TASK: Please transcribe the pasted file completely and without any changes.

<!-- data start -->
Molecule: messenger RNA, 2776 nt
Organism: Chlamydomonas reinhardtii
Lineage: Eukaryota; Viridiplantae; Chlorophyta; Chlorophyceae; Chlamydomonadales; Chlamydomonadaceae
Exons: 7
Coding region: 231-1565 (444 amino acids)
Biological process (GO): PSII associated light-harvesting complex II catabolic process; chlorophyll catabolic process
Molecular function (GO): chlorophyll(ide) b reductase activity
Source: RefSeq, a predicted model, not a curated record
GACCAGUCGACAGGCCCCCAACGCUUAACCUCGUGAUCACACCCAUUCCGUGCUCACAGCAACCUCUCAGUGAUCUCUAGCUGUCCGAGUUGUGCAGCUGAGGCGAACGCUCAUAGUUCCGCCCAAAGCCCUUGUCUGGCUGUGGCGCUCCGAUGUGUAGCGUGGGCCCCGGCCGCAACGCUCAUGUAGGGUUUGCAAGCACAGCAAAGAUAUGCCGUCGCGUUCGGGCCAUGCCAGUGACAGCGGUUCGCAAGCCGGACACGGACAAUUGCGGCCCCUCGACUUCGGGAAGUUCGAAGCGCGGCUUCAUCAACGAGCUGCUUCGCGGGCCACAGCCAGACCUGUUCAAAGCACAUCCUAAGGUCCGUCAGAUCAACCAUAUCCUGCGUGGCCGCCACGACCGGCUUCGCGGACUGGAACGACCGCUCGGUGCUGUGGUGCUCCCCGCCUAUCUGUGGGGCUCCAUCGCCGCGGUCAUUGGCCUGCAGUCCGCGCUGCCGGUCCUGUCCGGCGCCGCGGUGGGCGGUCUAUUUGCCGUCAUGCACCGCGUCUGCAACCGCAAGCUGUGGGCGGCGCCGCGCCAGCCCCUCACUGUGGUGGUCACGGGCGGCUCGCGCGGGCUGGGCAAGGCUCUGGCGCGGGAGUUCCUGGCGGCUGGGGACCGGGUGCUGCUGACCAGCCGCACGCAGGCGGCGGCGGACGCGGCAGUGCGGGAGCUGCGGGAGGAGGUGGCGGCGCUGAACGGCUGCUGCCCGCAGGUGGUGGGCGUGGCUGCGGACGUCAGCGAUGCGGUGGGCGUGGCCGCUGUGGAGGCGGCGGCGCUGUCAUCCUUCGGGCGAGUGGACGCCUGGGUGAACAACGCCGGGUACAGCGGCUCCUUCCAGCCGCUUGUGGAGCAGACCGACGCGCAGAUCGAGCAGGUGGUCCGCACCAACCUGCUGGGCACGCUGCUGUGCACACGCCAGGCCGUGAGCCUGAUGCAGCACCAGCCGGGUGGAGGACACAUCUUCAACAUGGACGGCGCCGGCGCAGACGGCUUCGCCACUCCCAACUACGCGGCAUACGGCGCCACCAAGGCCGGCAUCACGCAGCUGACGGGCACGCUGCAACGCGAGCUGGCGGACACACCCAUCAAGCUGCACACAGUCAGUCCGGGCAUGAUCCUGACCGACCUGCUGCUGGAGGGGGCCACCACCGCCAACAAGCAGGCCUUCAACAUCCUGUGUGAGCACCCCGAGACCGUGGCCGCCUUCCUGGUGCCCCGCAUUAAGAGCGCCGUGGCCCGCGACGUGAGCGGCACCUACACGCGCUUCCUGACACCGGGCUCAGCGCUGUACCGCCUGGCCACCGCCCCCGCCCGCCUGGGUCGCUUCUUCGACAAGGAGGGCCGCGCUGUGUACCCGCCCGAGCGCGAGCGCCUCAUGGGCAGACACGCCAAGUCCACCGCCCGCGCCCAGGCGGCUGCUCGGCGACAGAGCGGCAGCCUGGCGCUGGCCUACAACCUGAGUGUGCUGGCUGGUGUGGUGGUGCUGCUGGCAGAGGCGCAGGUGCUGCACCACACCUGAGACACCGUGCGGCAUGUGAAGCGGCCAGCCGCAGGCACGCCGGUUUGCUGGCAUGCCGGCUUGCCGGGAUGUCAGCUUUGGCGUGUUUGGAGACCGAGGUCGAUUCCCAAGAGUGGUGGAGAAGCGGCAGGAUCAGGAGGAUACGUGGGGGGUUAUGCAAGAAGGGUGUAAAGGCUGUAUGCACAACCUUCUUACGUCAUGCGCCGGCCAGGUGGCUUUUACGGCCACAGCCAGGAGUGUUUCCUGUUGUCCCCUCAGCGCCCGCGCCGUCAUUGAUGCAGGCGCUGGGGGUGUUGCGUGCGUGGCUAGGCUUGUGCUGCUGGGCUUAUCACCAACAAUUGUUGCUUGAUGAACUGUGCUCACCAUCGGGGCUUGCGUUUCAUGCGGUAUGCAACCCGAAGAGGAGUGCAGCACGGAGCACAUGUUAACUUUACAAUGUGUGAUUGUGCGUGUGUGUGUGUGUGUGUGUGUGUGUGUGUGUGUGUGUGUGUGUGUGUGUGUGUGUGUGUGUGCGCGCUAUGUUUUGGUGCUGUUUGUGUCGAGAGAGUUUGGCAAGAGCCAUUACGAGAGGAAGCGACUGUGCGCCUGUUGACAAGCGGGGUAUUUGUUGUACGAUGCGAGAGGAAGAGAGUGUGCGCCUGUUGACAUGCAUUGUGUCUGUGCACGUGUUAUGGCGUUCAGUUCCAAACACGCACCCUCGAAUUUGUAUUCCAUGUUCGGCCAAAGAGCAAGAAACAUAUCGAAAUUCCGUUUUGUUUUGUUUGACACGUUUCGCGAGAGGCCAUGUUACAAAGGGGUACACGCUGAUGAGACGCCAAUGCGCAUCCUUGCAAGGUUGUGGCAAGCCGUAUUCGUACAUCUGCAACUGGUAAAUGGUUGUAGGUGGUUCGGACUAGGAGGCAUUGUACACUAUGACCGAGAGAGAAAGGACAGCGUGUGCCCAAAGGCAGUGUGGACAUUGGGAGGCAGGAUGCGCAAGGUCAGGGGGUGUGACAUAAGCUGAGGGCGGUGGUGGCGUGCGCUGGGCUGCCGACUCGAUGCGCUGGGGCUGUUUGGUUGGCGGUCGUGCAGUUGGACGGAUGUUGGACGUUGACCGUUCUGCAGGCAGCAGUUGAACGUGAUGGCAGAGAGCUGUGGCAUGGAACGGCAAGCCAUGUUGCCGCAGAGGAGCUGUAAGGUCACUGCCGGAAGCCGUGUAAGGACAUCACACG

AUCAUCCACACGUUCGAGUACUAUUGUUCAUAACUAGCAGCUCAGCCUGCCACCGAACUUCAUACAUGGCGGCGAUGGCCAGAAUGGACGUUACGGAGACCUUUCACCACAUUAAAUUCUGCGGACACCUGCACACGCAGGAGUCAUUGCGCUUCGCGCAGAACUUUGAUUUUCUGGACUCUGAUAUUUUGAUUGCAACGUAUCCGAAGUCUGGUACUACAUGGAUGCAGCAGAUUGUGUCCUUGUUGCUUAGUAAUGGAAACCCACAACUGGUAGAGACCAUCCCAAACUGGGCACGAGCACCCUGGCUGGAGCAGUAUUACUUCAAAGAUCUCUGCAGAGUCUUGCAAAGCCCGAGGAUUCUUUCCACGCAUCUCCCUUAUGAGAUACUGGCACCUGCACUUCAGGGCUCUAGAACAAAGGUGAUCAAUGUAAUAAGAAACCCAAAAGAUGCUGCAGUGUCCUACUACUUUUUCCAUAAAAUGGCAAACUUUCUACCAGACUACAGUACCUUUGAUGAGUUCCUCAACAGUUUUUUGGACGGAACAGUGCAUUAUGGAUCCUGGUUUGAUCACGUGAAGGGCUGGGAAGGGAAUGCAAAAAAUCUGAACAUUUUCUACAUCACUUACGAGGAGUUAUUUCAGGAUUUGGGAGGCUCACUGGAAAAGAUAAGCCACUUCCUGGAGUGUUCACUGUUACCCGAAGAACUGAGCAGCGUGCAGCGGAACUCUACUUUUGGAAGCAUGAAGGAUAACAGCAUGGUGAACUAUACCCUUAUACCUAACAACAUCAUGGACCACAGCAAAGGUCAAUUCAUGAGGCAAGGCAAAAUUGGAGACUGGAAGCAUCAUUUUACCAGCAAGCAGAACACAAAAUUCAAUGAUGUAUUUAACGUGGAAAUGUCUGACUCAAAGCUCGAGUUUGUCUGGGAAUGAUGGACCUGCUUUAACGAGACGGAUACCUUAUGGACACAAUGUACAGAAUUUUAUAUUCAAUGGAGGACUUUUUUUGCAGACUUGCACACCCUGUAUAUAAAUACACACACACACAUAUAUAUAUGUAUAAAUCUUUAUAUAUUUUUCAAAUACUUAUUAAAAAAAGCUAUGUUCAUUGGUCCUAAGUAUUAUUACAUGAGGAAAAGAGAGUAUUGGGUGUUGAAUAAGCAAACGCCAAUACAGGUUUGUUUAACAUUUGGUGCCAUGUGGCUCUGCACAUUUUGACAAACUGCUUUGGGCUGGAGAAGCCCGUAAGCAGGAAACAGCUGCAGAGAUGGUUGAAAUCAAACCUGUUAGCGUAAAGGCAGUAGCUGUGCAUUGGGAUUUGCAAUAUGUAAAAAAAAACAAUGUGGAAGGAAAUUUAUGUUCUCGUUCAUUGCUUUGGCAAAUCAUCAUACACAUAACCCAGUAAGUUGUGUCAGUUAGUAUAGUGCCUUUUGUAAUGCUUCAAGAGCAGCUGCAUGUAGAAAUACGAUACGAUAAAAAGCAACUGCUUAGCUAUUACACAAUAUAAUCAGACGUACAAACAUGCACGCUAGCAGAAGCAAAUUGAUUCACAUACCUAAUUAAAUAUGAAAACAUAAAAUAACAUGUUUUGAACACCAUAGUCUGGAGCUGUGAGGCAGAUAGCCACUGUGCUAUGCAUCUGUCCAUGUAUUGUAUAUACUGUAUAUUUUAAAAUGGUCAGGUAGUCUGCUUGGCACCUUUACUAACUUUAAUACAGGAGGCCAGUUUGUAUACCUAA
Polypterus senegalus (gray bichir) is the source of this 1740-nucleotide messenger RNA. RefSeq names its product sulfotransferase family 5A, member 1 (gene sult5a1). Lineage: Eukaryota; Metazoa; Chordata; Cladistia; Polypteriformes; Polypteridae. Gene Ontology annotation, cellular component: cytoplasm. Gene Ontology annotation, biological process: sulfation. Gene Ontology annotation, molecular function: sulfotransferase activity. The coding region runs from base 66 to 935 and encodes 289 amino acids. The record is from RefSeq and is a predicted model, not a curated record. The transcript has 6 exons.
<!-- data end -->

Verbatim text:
Molecule: messenger RNA, 2776 nt
Organism: Chlamydomonas reinhardtii
Lineage: Eukaryota; Viridiplantae; Chlorophyta; Chlorophyceae; Chlamydomonadales; Chlamydomonadaceae
Exons: 7
Coding region: 231-1565 (444 amino acids)
Biological process (GO): PSII associated light-harvesting complex II catabolic process; chlorophyll catabolic process
Molecular function (GO): chlorophyll(ide) b reductase activity
Source: RefSeq, a predicted model, not a curated record
GACCAGUCGACAGGCCCCCAACGCUUAACCUCGUGAUCACACCCAUUCCGUGCUCACAGCAACCUCUCAGUGAUCUCUAGCUGUCCGAGUUGUGCAGCUGAGGCGAACGCUCAUAGUUCCGCCCAAAGCCCUUGUCUGGCUGUGGCGCUCCGAUGUGUAGCGUGGGCCCCGGCCGCAACGCUCAUGUAGGGUUUGCAAGCACAGCAAAGAUAUGCCGUCGCGUUCGGGCCAUGCCAGUGACAGCGGUUCGCAAGCCGGACACGGACAAUUGCGGCCCCUCGACUUCGGGAAGUUCGAAGCGCGGCUUCAUCAACGAGCUGCUUCGCGGGCCACAGCCAGACCUGUUCAAAGCACAUCCUAAGGUCCGUCAGAUCAACCAUAUCCUGCGUGGCCGCCACGACCGGCUUCGCGGACUGGAACGACCGCUCGGUGCUGUGGUGCUCCCCGCCUAUCUGUGGGGCUCCAUCGCCGCGGUCAUUGGCCUGCAGUCCGCGCUGCCGGUCCUGUCCGGCGCCGCGGUGGGCGGUCUAUUUGCCGUCAUGCACCGCGUCUGCAACCGCAAGCUGUGGGCGGCGCCGCGCCAGCCCCUCACUGUGGUGGUCACGGGCGGCUCGCGCGGGCUGGGCAAGGCUCUGGCGCGGGAGUUCCUGGCGGCUGGGGACCGGGUGCUGCUGACCAGCCGCACGCAGGCGGCGGCGGACGCGGCAGUGCGGGAGCUGCGGGAGGAGGUGGCGGCGCUGAACGGCUGCUGCCCGCAGGUGGUGGGCGUGGCUGCGGACGUCAGCGAUGCGGUGGGCGUGGCCGCUGUGGAGGCGGCGGCGCUGUCAUCCUUCGGGCGAGUGGACGCCUGGGUGAACAACGCCGGGUACAGCGGCUCCUUCCAGCCGCUUGUGGAGCAGACCGACGCGCAGAUCGAGCAGGUGGUCCGCACCAACCUGCUGGGCACGCUGCUGUGCACACGCCAGGCCGUGAGCCUGAUGCAGCACCAGCCGGGUGGAGGACACAUCUUCAACAUGGACGGCGCCGGCGCAGACGGCUUCGCCACUCCCAACUACGCGGCAUACGGCGCCACCAAGGCCGGCAUCACGCAGCUGACGGGCACGCUGCAACGCGAGCUGGCGGACACACCCAUCAAGCUGCACACAGUCAGUCCGGGCAUGAUCCUGACCGACCUGCUGCUGGAGGGGGCCACCACCGCCAACAAGCAGGCCUUCAACAUCCUGUGUGAGCACCCCGAGACCGUGGCCGCCUUCCUGGUGCCCCGCAUUAAGAGCGCCGUGGCCCGCGACGUGAGCGGCACCUACACGCGCUUCCUGACACCGGGCUCAGCGCUGUACCGCCUGGCCACCGCCCCCGCCCGCCUGGGUCGCUUCUUCGACAAGGAGGGCCGCGCUGUGUACCCGCCCGAGCGCGAGCGCCUCAUGGGCAGACACGCCAAGUCCACCGCCCGCGCCCAGGCGGCUGCUCGGCGACAGAGCGGCAGCCUGGCGCUGGCCUACAACCUGAGUGUGCUGGCUGGUGUGGUGGUGCUGCUGGCAGAGGCGCAGGUGCUGCACCACACCUGAGACACCGUGCGGCAUGUGAAGCGGCCAGCCGCAGGCACGCCGGUUUGCUGGCAUGCCGGCUUGCCGGGAUGUCAGCUUUGGCGUGUUUGGAGACCGAGGUCGAUUCCCAAGAGUGGUGGAGAAGCGGCAGGAUCAGGAGGAUACGUGGGGGGUUAUGCAAGAAGGGUGUAAAGGCUGUAUGCACAACCUUCUUACGUCAUGCGCCGGCCAGGUGGCUUUUACGGCCACAGCCAGGAGUGUUUCCUGUUGUCCCCUCAGCGCCCGCGCCGUCAUUGAUGCAGGCGCUGGGGGUGUUGCGUGCGUGGCUAGGCUUGUGCUGCUGGGCUUAUCACCAACAAUUGUUGCUUGAUGAACUGUGCUCACCAUCGGGGCUUGCGUUUCAUGCGGUAUGCAACCCGAAGAGGAGUGCAGCACGGAGCACAUGUUAACUUUACAAUGUGUGAUUGUGCGUGUGUGUGUGUGUGUGUGUGUGUGUGUGUGUGUGUGUGUGUGUGUGUGUGUGUGUGUGUGUGCGCGCUAUGUUUUGGUGCUGUUUGUGUCGAGAGAGUUUGGCAAGAGCCAUUACGAGAGGAAGCGACUGUGCGCCUGUUGACAAGCGGGGUAUUUGUUGUACGAUGCGAGAGGAAGAGAGUGUGCGCCUGUUGACAUGCAUUGUGUCUGUGCACGUGUUAUGGCGUUCAGUUCCAAACACGCACCCUCGAAUUUGUAUUCCAUGUUCGGCCAAAGAGCAAGAAACAUAUCGAAAUUCCGUUUUGUUUUGUUUGACACGUUUCGCGAGAGGCCAUGUUACAAAGGGGUACACGCUGAUGAGACGCCAAUGCGCAUCCUUGCAAGGUUGUGGCAAGCCGUAUUCGUACAUCUGCAACUGGUAAAUGGUUGUAGGUGGUUCGGACUAGGAGGCAUUGUACACUAUGACCGAGAGAGAAAGGACAGCGUGUGCCCAAAGGCAGUGUGGACAUUGGGAGGCAGGAUGCGCAAGGUCAGGGGGUGUGACAUAAGCUGAGGGCGGUGGUGGCGUGCGCUGGGCUGCCGACUCGAUGCGCUGGGGCUGUUUGGUUGGCGGUCGUGCAGUUGGACGGAUGUUGGACGUUGACCGUUCUGCAGGCAGCAGUUGAACGUGAUGGCAGAGAGCUGUGGCAUGGAACGGCAAGCCAUGUUGCCGCAGAGGAGCUGUAAGGUCACUGCCGGAAGCCGUGUAAGGACAUCACACG

AUCAUCCACACGUUCGAGUACUAUUGUUCAUAACUAGCAGCUCAGCCUGCCACCGAACUUCAUACAUGGCGGCGAUGGCCAGAAUGGACGUUACGGAGACCUUUCACCACAUUAAAUUCUGCGGACACCUGCACACGCAGGAGUCAUUGCGCUUCGCGCAGAACUUUGAUUUUCUGGACUCUGAUAUUUUGAUUGCAACGUAUCCGAAGUCUGGUACUACAUGGAUGCAGCAGAUUGUGUCCUUGUUGCUUAGUAAUGGAAACCCACAACUGGUAGAGACCAUCCCAAACUGGGCACGAGCACCCUGGCUGGAGCAGUAUUACUUCAAAGAUCUCUGCAGAGUCUUGCAAAGCCCGAGGAUUCUUUCCACGCAUCUCCCUUAUGAGAUACUGGCACCUGCACUUCAGGGCUCUAGAACAAAGGUGAUCAAUGUAAUAAGAAACCCAAAAGAUGCUGCAGUGUCCUACUACUUUUUCCAUAAAAUGGCAAACUUUCUACCAGACUACAGUACCUUUGAUGAGUUCCUCAACAGUUUUUUGGACGGAACAGUGCAUUAUGGAUCCUGGUUUGAUCACGUGAAGGGCUGGGAAGGGAAUGCAAAAAAUCUGAACAUUUUCUACAUCACUUACGAGGAGUUAUUUCAGGAUUUGGGAGGCUCACUGGAAAAGAUAAGCCACUUCCUGGAGUGUUCACUGUUACCCGAAGAACUGAGCAGCGUGCAGCGGAACUCUACUUUUGGAAGCAUGAAGGAUAACAGCAUGGUGAACUAUACCCUUAUACCUAACAACAUCAUGGACCACAGCAAAGGUCAAUUCAUGAGGCAAGGCAAAAUUGGAGACUGGAAGCAUCAUUUUACCAGCAAGCAGAACACAAAAUUCAAUGAUGUAUUUAACGUGGAAAUGUCUGACUCAAAGCUCGAGUUUGUCUGGGAAUGAUGGACCUGCUUUAACGAGACGGAUACCUUAUGGACACAAUGUACAGAAUUUUAUAUUCAAUGGAGGACUUUUUUUGCAGACUUGCACACCCUGUAUAUAAAUACACACACACACAUAUAUAUAUGUAUAAAUCUUUAUAUAUUUUUCAAAUACUUAUUAAAAAAAGCUAUGUUCAUUGGUCCUAAGUAUUAUUACAUGAGGAAAAGAGAGUAUUGGGUGUUGAAUAAGCAAACGCCAAUACAGGUUUGUUUAACAUUUGGUGCCAUGUGGCUCUGCACAUUUUGACAAACUGCUUUGGGCUGGAGAAGCCCGUAAGCAGGAAACAGCUGCAGAGAUGGUUGAAAUCAAACCUGUUAGCGUAAAGGCAGUAGCUGUGCAUUGGGAUUUGCAAUAUGUAAAAAAAAACAAUGUGGAAGGAAAUUUAUGUUCUCGUUCAUUGCUUUGGCAAAUCAUCAUACACAUAACCCAGUAAGUUGUGUCAGUUAGUAUAGUGCCUUUUGUAAUGCUUCAAGAGCAGCUGCAUGUAGAAAUACGAUACGAUAAAAAGCAACUGCUUAGCUAUUACACAAUAUAAUCAGACGUACAAACAUGCACGCUAGCAGAAGCAAAUUGAUUCACAUACCUAAUUAAAUAUGAAAACAUAAAAUAACAUGUUUUGAACACCAUAGUCUGGAGCUGUGAGGCAGAUAGCCACUGUGCUAUGCAUCUGUCCAUGUAUUGUAUAUACUGUAUAUUUUAAAAUGGUCAGGUAGUCUGCUUGGCACCUUUACUAACUUUAAUACAGGAGGCCAGUUUGUAUACCUAA
Polypterus senegalus (gray bichir) is the source of this 1740-nucleotide messenger RNA. RefSeq names its product sulfotransferase family 5A, member 1 (gene sult5a1). Lineage: Eukaryota; Metazoa; Chordata; Cladistia; Polypteriformes; Polypteridae. Gene Ontology annotation, cellular component: cytoplasm. Gene Ontology annotation, biological process: sulfation. Gene Ontology annotation, molecular function: sulfotransferase activity. The coding region runs from base 66 to 935 and encodes 289 amino acids. The record is from RefSeq and is a predicted model, not a curated record. The transcript has 6 exons.